Oct 31, 2018

Efficient assembly and long-term stability of defensive microbiomes via private resources and community bistability

BioRxiv : the Preprint Server for Biology
Gergely BozaIstvan Scheuring

Abstract

Understanding the mechanisms promoting the assembly and maintenance of host-beneficial microbiomes is an open problem. An increasing amount of evidence supports the idea that animal and plant hosts can use 'private resources' and the ecological phenomenon known as 'community bistability' to favour some microbial strains over others. We briefly review empirical evidence showing that hosts can: (i) protect the growth of beneficial strains in an isolated habitat, (ii) use antibiotic compounds to suppress non-beneficial, competitor strains, and (iii) provide resources (for a limited time) that only beneficial strains are able to translate into an increased rate of growth, reproduction, or antibiotic production. We then demonstrate in a spatially explicit, individual-based model that these three mechanisms act similarly by selectively promoting the initial proliferation of preferred strains, that is, by acting as a private resource. By explicitly modelling localized microbial interactions and diffusion dynamics, we further show that an intermediate level of antibiotic diffusion is the most efficient mechanism in promoting preferred strains and that that there is a wide range of conditions under which hosts can promote the assembly o...Continue Reading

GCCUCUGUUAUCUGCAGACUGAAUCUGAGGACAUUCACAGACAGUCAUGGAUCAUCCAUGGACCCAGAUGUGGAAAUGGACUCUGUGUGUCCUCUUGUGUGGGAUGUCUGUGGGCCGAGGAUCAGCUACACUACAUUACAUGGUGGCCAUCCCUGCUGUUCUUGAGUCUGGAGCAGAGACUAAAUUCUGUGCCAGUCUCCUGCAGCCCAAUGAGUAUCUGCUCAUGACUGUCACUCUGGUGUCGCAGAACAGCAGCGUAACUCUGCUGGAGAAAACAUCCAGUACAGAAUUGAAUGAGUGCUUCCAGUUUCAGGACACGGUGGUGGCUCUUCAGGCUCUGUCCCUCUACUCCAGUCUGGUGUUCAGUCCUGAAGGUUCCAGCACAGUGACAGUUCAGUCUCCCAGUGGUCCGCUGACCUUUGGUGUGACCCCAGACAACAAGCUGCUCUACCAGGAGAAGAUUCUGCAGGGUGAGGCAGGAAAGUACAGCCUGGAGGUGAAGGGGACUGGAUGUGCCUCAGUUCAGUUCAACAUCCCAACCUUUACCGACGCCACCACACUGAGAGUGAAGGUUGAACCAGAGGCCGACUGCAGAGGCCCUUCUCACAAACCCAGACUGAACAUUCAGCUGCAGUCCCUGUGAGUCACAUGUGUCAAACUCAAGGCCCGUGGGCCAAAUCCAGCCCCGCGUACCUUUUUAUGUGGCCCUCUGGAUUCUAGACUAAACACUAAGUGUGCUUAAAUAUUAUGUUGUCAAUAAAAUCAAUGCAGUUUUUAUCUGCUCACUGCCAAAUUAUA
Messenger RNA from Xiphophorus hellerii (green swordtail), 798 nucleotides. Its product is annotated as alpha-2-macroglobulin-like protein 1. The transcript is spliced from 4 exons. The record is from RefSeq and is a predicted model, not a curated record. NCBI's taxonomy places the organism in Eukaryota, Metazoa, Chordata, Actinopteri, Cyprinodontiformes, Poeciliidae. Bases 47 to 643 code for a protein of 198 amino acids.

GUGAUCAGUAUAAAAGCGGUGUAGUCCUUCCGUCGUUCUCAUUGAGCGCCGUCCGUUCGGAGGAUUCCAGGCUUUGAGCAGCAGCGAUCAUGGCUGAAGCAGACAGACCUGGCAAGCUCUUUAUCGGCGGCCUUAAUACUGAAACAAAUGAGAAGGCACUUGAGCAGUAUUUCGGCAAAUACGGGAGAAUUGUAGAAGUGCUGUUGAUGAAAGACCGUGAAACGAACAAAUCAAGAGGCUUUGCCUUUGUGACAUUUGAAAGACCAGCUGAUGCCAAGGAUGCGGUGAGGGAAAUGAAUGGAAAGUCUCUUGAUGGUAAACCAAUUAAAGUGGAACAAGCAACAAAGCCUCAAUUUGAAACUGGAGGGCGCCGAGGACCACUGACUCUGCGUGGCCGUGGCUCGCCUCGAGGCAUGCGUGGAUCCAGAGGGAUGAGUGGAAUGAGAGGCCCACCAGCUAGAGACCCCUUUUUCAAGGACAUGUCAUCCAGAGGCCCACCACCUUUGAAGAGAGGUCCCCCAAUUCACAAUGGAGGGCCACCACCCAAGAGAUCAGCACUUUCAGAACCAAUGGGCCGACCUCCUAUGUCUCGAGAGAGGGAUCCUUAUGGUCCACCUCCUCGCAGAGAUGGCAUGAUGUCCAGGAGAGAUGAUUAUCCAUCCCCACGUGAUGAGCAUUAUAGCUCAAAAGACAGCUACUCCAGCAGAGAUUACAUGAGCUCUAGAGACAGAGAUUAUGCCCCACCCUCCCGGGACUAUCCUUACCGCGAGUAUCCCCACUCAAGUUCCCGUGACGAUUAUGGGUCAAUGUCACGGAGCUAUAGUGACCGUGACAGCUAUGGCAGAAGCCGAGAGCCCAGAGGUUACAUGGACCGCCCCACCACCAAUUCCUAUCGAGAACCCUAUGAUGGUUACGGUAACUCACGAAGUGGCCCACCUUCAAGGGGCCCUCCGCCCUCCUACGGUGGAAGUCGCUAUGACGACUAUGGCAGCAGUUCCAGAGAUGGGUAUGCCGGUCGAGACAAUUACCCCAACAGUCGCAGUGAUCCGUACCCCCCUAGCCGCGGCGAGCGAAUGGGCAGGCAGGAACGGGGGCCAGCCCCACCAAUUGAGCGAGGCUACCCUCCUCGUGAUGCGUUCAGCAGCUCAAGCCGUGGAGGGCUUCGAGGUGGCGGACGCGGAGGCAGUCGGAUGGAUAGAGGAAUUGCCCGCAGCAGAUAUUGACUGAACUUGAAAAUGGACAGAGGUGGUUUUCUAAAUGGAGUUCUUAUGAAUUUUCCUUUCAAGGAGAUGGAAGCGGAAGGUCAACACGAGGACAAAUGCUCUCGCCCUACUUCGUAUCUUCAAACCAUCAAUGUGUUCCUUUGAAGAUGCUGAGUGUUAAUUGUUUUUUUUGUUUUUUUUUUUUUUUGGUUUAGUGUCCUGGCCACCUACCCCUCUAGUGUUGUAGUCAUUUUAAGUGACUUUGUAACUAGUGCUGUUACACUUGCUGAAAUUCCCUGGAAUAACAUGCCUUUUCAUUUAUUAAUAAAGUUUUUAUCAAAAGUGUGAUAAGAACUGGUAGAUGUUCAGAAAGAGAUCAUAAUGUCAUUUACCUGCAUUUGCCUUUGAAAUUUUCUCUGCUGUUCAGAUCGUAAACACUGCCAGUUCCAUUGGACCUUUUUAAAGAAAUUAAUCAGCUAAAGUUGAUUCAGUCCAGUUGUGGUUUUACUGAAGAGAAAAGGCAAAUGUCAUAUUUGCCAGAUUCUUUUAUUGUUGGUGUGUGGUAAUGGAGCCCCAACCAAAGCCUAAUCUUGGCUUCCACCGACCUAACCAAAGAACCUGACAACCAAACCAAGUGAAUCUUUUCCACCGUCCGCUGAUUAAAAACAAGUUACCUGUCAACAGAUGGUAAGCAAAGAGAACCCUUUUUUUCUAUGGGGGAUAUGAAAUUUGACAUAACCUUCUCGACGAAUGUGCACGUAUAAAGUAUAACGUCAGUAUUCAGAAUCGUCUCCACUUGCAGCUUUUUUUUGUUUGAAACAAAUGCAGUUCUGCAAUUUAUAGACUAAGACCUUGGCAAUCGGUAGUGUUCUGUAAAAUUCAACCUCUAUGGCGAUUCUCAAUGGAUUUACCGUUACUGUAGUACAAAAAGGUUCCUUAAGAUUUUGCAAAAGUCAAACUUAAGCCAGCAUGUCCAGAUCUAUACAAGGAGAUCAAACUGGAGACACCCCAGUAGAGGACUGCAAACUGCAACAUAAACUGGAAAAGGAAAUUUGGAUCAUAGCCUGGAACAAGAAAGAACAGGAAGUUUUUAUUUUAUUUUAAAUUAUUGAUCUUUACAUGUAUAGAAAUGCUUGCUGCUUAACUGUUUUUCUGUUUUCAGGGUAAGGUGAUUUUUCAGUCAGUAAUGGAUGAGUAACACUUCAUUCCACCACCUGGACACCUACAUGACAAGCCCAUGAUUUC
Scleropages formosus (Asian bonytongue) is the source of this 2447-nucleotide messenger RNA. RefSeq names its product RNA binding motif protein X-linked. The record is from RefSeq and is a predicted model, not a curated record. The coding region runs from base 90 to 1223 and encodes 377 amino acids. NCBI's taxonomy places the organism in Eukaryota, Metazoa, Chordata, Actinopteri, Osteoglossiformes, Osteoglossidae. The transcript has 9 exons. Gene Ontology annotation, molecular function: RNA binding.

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Mentioned in this Paper

Reproduction
Microbial Interactions
Microbiome
Microbial
Local
Proliferation (Morphologic Abnormality)
Antibiotics
Habitat
Molecular Assembly/Self Assembly

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